Hall of Fame wide receiver Terrell Owens helped lead a protest in Southern California on Thursday afternoon following George Floyd’s death in police custody late last month, and called out the NFL for how it treated former quarterback Colin Kaepernick in the process.
After kneeling with the crowd outside of SoFi Stadium in Inglewood, Owens the addressed the crowd through a megaphone.
They had just kneeled for 8 minutes and 46 seconds, which was how long a Minneapolis police officer kneeled in the back of Floyd’s neck while he yelled out, “I can’t breathe.” Floyd later died in police custody, and all four officers involved in his arrest have since been arrested.
“We just did that and we weren’t under any type of duress, Owens said, via the Los Angeles Times. “We need to understand what he went through. His death sparked a movement.”
Owens played in the league from 1996-2010, most notably with the San Francisco 49ers and the Dallas Cowboys. The six-time Pro Bowler racked up nearly 16,000 career receiving yards and had 153 touchdowns in his 15-year career. He was inducted into the Hall of Fame in 2018.
He is just the latest prominent figure in the sports world to help organize a protest after Floyd’s death — which has sparked mass protests in cities across the country.
Owens calls out the NFL
Owens then turned his attention to the NFL.
The league, he said, owes Kaepernick an apology.
“We wouldn’t be here right now if Colin didn’t do what he did,” Owens said, via the Los Angeles Times. “It’s all come full circle. I’m standing in the gap right now for my brother, and they owe this man an apology.”
Kaepernick, of course, started kneeling during the national anthem in 2016 to protest many of the things that are being protested now. However his protests weren’t taken well by many, including President Donald Trump, and he is no longer in the league.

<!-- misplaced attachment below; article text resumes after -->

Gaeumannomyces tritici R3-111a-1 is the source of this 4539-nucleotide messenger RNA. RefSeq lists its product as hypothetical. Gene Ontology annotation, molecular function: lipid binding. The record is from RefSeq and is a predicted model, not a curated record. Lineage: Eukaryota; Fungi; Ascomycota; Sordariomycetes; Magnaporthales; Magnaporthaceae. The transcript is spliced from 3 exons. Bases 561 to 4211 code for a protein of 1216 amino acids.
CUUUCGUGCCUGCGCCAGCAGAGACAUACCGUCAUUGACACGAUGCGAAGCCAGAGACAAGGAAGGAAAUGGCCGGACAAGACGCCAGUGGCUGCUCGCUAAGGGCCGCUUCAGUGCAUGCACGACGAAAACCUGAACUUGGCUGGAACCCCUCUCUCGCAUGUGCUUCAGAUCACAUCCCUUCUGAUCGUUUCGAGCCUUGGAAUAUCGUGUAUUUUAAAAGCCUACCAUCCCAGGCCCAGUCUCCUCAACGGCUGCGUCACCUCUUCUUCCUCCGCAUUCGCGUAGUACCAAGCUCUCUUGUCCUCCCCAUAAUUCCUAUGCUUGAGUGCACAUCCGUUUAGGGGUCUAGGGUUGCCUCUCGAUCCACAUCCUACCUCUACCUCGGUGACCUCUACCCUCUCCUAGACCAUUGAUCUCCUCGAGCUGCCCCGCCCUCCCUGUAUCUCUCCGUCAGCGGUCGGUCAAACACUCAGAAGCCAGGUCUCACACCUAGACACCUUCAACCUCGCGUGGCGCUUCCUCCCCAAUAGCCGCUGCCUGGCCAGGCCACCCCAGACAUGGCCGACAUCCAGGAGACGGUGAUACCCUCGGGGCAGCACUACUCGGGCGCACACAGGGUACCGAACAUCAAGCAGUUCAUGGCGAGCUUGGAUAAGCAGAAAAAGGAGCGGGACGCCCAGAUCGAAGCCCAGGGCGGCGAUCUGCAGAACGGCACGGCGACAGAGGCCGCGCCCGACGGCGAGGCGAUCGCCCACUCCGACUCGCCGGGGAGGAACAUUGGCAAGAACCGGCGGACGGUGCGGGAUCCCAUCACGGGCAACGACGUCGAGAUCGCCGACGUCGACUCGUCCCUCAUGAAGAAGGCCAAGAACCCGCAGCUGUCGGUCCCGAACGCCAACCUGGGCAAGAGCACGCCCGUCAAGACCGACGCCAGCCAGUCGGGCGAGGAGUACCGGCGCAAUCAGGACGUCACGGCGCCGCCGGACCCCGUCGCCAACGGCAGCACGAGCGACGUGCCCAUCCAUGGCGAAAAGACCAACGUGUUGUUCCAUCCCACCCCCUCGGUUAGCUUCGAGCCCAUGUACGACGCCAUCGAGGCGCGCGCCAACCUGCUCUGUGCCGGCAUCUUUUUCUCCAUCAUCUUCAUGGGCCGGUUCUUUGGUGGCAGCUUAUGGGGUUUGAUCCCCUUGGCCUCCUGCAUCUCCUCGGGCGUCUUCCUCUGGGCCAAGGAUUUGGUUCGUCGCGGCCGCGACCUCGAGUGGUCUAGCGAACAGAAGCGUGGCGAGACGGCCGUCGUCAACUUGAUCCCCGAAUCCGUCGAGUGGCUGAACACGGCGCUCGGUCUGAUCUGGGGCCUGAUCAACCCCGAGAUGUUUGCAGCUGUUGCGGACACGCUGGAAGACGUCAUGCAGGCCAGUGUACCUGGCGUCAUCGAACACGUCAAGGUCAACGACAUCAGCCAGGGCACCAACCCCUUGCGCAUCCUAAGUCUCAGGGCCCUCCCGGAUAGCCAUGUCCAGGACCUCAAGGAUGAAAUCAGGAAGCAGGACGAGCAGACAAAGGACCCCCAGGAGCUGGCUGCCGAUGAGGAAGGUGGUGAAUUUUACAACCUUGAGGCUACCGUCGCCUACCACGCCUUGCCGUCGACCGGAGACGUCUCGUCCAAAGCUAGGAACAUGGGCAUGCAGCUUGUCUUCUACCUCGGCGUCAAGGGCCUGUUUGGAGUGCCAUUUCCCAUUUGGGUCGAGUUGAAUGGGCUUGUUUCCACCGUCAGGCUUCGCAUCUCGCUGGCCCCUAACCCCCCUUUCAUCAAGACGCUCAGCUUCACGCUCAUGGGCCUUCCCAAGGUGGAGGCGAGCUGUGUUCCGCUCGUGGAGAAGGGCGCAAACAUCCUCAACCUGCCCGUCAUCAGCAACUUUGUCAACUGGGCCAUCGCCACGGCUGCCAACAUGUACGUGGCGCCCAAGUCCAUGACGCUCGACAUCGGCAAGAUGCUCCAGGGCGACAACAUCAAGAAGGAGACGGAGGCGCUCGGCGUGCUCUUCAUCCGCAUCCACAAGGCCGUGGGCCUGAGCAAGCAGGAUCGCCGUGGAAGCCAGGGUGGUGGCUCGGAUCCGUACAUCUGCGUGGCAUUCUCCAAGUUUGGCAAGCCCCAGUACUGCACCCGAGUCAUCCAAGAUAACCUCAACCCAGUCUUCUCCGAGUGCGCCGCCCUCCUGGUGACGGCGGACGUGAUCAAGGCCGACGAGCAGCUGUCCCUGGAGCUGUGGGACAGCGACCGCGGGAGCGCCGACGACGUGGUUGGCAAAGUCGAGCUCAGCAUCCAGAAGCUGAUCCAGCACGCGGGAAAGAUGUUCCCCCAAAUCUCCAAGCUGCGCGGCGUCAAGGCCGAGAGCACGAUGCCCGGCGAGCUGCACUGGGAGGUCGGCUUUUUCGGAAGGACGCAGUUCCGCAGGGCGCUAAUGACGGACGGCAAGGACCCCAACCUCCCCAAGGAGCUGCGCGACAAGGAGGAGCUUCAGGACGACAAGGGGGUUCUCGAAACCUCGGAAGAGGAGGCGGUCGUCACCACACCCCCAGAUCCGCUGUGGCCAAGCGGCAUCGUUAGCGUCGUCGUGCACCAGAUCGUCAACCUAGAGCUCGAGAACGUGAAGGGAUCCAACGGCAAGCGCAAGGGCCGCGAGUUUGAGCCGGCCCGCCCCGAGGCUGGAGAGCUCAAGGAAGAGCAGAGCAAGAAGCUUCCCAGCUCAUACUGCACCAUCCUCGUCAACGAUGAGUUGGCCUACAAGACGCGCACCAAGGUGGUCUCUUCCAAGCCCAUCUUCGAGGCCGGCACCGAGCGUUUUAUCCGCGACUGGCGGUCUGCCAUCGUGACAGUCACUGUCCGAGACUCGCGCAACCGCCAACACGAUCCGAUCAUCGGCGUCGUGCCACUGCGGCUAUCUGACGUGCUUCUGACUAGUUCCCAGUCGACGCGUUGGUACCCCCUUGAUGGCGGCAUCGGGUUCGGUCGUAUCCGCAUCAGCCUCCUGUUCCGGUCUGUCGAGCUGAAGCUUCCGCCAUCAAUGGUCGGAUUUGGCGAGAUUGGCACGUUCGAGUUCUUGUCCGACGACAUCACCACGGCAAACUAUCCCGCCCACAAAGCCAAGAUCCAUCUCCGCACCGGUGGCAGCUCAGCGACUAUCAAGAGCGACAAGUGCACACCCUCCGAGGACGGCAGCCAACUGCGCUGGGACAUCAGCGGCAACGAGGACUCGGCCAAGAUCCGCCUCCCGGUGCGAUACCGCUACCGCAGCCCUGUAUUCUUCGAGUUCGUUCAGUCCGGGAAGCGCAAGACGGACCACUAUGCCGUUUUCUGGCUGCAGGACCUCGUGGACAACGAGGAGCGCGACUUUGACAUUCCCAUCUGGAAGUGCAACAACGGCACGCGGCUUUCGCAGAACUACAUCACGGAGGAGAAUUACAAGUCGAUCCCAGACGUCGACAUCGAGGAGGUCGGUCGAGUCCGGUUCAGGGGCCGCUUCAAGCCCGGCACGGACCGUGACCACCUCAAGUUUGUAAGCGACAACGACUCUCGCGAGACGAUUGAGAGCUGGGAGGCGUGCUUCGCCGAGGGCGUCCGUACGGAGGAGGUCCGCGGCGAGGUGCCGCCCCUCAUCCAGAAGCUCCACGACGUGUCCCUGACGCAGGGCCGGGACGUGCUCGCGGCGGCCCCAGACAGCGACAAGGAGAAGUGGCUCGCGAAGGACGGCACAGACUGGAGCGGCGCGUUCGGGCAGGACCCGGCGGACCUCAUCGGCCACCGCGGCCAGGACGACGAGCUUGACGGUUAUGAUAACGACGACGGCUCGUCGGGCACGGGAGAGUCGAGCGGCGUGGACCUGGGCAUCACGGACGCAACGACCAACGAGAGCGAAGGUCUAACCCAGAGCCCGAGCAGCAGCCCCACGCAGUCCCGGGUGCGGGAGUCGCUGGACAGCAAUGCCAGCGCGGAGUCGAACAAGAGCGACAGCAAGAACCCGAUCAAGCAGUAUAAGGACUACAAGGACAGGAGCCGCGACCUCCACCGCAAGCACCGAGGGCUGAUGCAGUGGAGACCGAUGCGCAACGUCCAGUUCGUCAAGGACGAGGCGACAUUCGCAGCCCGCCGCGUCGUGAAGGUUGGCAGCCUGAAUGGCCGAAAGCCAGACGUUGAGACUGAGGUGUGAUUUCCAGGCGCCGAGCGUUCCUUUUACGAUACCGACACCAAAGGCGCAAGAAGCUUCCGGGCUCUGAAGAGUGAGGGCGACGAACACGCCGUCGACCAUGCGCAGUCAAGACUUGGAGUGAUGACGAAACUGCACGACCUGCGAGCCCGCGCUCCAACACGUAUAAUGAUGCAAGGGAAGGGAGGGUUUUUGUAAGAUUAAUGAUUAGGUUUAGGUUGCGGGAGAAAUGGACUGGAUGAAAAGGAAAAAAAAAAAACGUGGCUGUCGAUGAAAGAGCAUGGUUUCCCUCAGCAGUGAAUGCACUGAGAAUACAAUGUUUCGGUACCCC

Now four years later, however, it seems public opinion on Kaepernick and his protests have changed. A new Yahoo News/YouGov poll on Thursday found that 52 percent of people said it was “OK” for “NFL players to kneel during the national anthem to protest police killings of African-Americans,” up from just 28 percent in 2016. NFL commissioner Roger Goodell apologized last week to black players for not supporting their movement earlier, too, and said specifically that “black lives matter.”
He did not, however, mention Kaepernick in that apology — something that Owens and others think is still much needed.
Moment of silence for SoFi construction worker
Owens and the group of protestors also took a moment to honor Juan Becerra on Thursday afternoon.
Becerra, a former construction worker, died last week after he fell more than 100 feet while working on the stadium’s roof. The group stopped to honor him, per the report, after walking about halfway around the stadium — which will be home to both the Los Angeles Rams and Chargers starting this season — near the parking lot of The Forum, an iconic music venue nearby.
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